Two days with 10 men who left Central America in early November to embark on an exhausting journey, made riskier by the Mexican authorities’ crackdown on migrants.
ARRIAGA, Mexico — The police truck appeared suddenly, a glint of metal and glass. The migrants broke into a sprint, tripping over cracked pavement as an older woman sweeping her stoop urged them to hurry.
The 10 men rounded the corner and hid behind a row of low-slung trees. Four days into their journey from Central America, the new reality on Mexico’s southern border was setting in: Under pressure from the United States, the Mexican authorities were cracking down.
Minutes passed. The men fanned out and doubled over to catch their breath. Along the tree line, a man approached, wearing flip-flops and a collared shirt. He told them not to worry — he knew the way north.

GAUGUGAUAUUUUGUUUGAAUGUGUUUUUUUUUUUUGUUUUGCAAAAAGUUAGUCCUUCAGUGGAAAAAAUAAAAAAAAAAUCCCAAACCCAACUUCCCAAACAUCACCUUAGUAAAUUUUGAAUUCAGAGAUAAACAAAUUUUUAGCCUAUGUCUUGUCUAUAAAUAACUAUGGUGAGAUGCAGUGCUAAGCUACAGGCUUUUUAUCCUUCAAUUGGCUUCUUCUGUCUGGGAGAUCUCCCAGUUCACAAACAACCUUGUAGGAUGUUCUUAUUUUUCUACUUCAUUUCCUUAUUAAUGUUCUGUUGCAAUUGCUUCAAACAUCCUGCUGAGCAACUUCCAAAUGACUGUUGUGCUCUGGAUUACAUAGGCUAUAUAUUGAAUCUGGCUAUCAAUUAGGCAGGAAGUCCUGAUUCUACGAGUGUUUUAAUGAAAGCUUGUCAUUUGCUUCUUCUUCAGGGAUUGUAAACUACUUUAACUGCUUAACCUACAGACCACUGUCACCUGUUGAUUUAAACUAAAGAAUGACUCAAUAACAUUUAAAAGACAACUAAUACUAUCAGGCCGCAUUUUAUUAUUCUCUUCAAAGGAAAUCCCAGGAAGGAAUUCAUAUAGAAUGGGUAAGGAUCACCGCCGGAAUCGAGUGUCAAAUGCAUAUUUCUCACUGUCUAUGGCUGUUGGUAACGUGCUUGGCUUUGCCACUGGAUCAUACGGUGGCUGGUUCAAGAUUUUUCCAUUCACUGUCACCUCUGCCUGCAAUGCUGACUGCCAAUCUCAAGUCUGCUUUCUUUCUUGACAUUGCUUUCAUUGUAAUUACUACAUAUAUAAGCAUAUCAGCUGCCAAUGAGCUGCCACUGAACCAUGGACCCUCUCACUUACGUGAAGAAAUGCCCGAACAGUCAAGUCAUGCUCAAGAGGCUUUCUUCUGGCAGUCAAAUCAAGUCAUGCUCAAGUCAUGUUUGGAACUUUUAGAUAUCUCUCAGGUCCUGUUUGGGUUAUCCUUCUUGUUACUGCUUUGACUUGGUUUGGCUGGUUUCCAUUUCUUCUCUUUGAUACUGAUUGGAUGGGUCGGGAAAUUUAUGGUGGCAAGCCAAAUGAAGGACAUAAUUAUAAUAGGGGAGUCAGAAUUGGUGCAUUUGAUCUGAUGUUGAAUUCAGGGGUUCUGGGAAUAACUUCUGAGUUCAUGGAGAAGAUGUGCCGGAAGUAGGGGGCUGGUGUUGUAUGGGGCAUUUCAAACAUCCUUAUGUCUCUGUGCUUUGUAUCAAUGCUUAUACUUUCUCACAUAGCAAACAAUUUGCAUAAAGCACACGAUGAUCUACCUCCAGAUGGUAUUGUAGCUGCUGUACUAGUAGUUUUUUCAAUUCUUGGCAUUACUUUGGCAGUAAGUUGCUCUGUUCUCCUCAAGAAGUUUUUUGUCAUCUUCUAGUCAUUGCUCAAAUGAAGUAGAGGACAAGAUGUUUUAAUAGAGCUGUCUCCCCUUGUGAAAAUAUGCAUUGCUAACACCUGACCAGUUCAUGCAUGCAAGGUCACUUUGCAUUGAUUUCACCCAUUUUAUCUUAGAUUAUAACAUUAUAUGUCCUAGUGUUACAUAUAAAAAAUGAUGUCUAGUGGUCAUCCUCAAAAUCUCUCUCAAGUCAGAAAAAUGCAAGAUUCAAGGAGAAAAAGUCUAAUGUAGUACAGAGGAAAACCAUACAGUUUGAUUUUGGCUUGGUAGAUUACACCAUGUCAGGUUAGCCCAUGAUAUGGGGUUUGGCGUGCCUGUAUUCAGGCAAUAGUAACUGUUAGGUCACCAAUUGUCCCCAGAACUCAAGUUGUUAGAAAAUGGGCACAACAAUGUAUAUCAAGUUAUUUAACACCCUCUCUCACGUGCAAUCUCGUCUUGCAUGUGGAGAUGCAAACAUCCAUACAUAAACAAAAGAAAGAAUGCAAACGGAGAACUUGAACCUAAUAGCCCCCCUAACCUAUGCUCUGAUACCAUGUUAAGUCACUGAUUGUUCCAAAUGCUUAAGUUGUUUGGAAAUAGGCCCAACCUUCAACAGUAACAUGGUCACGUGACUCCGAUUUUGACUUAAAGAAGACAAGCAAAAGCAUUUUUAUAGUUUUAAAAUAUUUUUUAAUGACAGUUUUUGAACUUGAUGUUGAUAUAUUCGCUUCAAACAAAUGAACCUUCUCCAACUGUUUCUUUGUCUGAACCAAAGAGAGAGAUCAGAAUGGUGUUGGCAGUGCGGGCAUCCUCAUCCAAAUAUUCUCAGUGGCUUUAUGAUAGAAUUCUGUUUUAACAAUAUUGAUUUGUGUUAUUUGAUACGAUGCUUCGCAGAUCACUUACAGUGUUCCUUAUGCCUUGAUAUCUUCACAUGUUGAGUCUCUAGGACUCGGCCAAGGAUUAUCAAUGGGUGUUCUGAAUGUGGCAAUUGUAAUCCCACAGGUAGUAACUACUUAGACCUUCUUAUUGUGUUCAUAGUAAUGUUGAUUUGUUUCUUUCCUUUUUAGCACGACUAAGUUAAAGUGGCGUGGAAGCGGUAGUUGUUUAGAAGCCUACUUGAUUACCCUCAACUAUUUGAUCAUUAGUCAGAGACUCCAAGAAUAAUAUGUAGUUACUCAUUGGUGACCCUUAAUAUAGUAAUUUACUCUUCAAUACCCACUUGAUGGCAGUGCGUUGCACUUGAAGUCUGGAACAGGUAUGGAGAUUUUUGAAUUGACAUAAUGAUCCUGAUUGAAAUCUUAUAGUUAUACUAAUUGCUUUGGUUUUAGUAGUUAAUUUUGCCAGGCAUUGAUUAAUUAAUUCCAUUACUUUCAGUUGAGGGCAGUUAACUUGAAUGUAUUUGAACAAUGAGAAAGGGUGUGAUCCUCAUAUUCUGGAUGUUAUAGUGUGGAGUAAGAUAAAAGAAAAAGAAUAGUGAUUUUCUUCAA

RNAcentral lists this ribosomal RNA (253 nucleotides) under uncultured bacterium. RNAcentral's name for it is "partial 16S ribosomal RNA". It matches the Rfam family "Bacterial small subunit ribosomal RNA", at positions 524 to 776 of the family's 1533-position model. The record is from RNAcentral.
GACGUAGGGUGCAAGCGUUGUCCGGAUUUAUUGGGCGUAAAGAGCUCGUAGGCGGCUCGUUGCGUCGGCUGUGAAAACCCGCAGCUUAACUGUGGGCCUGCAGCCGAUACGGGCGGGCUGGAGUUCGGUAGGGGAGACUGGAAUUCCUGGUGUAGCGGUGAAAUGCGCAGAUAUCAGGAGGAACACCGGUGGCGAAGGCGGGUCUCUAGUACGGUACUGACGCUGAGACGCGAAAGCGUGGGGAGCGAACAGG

Small, with jaundiced eyes, he was practiced in the art of smuggling. He could spot patrols, flag down vehicles for rides, even navigate the hidden trails carved into the lush countryside. They could trust him, he promised. He just wanted to help.
At first, they barely acknowledged him. But the more he talked, the harder he became to ignore. What was the alternative? It came down to going with him or going it alone, back into unfamiliar streets brimming with the Mexican authorities.
It was a migrant’s choice: Weigh the risks of pushing forward against the prospect of going home. The men — six Hondurans and four Guatemalans — reluctantly agreed.
“There are two kinds of stories on this trip,” said one of the men, Rafael Lesveri Pérez, a 38-year-old Guatemalan and three-time veteran of the journey, shouldering his bag as the group prepared to set off with the smuggler. “There are the true ones, and there are lies. Only time tells which is which.”
Pour lire le dossier en entier : http://www.nytimes.com/2016/02/08/world/americas/mexico-migrants-central-america.html?emc=edit_tnt_20160208&nlid=49063493&tntemail0=y